Robyn Mildren’s PhD Thesis Defence

Title:Frequency characteristics of lower limb muscle responses to proprioceptive perturbations evoked by noisy Achilles tendon vibration during standing and the influence of age and stroke”

Supervisory Committee: Dr. Tim Inglis (Research Supervisor), Dr. Mark Carpenter, Dr. Jean-Sebastien Blouin
University Examiners: Dr. Chris McNeil, Dr. Alex Scott
External Examiner: Dr. Kelvin Jones (University of Alberta)
Chair: Dr. Matthew Ramer

Abstract: There are many structures within the nervous system that, as a whole, are responsible for the control of movement and balance. The spinal cord plays an important role in sensorimotor processing, it integrates sensory signals from the periphery as well as signals from the brain to control muscle activation. The purpose of this thesis was to characterize the short latency (spinally mediated) lower limb muscle responses to proprioceptive perturbations during standing, and examine how they are influenced by ageing and chronic stroke. Chapter 2 develops an innovative methodology to characterize muscle responses to proprioceptive perturbations during standing. Here, we examined the association between noisy (10-115 Hz) suprathreshold Achilles tendon vibration and ongoing triceps surae muscle activity. We observed responses in soleus across a broad frequency bandwidth (~10-80 Hz). Consistent responses were obtained with short trial durations (<60 s); furthermore, responses did not habituate, and the stimulus did not noticeably perturb standing balance.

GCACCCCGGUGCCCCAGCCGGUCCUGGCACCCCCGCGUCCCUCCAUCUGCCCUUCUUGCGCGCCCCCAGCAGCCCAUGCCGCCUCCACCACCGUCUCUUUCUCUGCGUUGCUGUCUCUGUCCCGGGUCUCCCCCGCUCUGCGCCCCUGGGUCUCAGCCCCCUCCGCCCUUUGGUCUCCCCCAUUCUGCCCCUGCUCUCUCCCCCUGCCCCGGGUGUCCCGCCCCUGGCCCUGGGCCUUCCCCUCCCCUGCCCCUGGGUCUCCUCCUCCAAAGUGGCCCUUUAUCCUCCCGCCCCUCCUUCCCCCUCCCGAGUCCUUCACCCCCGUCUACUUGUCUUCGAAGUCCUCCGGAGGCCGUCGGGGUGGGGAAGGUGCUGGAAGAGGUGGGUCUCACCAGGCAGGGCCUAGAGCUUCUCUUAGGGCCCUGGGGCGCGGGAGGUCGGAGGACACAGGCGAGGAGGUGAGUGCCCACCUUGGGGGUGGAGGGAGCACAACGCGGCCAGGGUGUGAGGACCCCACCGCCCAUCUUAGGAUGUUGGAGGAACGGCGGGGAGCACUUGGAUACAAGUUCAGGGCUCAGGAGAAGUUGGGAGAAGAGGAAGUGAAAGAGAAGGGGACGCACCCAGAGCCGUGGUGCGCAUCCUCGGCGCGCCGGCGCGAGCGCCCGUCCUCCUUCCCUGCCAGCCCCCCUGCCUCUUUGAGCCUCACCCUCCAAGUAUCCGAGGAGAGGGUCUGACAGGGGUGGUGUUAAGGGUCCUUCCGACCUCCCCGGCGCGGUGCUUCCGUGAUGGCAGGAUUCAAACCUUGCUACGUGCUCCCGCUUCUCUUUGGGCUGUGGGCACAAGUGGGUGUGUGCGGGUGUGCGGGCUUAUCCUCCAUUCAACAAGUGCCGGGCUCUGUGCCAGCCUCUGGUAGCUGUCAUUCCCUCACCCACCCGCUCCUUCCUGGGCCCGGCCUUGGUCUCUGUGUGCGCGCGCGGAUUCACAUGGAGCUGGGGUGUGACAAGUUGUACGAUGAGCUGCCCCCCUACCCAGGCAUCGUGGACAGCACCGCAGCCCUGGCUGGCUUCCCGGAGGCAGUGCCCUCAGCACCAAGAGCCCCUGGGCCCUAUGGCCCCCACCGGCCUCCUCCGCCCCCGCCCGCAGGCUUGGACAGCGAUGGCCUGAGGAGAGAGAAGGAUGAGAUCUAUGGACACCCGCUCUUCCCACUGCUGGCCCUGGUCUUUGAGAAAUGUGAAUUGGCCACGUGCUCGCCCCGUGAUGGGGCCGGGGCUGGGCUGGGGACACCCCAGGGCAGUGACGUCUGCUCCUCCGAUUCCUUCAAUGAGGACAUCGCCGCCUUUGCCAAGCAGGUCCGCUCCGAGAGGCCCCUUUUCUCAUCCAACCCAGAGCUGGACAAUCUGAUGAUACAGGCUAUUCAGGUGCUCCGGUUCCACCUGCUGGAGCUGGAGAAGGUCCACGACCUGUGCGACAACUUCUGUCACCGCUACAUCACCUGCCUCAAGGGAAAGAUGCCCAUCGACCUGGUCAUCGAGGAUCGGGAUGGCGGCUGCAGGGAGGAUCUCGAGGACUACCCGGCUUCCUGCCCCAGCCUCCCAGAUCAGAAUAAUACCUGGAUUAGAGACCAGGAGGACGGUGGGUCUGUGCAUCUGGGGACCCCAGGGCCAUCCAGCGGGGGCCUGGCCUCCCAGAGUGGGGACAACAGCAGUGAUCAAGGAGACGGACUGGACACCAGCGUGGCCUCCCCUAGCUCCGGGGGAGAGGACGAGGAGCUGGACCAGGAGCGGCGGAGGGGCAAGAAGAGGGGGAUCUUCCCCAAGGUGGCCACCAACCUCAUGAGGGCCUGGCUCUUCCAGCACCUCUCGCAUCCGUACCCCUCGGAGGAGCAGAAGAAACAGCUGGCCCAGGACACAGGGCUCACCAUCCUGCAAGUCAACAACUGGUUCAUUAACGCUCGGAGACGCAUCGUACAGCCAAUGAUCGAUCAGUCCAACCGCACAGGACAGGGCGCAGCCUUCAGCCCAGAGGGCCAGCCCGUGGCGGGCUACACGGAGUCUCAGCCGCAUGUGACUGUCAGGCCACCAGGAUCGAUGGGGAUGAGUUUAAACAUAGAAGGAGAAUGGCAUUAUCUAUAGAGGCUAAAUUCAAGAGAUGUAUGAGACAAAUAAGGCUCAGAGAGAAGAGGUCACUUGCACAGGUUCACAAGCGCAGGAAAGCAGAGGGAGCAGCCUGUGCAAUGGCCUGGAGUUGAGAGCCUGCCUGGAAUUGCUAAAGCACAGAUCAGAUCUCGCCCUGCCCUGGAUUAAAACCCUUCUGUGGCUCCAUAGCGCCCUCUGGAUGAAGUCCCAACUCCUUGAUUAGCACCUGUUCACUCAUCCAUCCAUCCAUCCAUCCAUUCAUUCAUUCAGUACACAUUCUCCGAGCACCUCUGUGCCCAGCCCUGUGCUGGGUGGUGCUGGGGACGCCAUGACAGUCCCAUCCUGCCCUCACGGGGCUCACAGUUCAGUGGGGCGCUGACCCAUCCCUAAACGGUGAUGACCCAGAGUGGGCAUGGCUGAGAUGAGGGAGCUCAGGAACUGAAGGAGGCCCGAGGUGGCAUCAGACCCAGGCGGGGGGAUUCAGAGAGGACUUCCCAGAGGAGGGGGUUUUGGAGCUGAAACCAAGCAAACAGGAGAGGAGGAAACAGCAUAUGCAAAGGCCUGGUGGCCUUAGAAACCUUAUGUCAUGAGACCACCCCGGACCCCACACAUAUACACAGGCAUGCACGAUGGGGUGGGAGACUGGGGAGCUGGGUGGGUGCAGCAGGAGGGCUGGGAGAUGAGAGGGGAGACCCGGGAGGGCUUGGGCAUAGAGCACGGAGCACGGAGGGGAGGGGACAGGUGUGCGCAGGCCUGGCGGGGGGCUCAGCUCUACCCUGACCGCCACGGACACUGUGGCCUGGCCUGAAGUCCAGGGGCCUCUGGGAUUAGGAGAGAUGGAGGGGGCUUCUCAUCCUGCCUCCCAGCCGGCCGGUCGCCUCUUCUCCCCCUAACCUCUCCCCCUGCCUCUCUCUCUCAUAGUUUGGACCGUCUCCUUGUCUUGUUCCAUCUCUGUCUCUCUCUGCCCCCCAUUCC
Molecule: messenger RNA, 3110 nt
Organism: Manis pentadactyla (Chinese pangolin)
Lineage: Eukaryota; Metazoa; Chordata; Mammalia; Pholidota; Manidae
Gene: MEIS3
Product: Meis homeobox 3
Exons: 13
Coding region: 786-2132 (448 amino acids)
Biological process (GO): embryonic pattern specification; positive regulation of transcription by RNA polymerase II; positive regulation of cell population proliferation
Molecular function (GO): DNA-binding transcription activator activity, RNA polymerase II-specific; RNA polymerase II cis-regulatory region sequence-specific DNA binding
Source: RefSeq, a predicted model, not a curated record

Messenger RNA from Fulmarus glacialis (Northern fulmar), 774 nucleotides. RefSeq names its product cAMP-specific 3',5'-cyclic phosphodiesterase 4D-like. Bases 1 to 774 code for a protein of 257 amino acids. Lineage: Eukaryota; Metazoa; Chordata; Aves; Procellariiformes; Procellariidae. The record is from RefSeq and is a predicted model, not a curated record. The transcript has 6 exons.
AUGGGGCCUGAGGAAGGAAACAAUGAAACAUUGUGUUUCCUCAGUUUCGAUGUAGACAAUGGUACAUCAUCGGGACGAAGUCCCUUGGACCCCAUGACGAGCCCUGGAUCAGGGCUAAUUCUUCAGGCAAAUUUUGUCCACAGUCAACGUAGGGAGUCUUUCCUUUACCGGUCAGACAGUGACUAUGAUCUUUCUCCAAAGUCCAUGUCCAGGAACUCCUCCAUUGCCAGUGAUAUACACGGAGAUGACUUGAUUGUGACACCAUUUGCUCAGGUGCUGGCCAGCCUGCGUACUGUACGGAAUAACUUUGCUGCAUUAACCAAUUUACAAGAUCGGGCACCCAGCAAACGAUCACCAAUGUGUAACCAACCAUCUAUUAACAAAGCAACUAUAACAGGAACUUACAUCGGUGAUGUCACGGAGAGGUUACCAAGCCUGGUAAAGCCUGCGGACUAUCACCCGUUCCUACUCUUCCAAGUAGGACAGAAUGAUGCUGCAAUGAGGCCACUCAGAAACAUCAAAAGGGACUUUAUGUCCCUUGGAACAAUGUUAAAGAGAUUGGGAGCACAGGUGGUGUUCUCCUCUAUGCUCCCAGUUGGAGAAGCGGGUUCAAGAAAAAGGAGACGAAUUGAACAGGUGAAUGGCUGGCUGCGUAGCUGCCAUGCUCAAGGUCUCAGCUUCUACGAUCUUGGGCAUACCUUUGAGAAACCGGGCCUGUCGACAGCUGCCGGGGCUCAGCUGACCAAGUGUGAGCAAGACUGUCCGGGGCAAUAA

Chapter 3 demonstrates differences in single motor unit responses to noisy and sinusoidal vibration between two plantar flexor muscles – soleus and medial gastrocnemius. These experiments revealed soleus motor units had stronger responses relative to medial gastrocnemius, and single motor units showed minimal non-linear phase locking. Chapter 4 illustrates how cutaneous feedback from the foot sole interacts with the soleus vibration responses. Foot sole cutaneous stimuli were found to modulate the vibration responses in a spatially organized manner, where heel stimuli suppressed and metatarsal stimuli enhanced responses. Finally, Chapters 5 and 6 examine the influences of age and chronic stroke on the characteristics of the soleus vibration responses. We found a narrowing of the frequency bandwidth, and a decrease in gain, amplitude, and scaling of soleus responses with age. On the affected side post-stroke, we found evidence of altered soleus vibration responses, along with changes in postural control and mechanical admittance of the muscle-tendon unit. Collectively, these studies contribute to our understanding of the proprioceptive system and how changes associated with ageing and stroke may contribute to impaired balance and falls. These findings have implications for rehabilitation strategies and the development of neuroprostheses.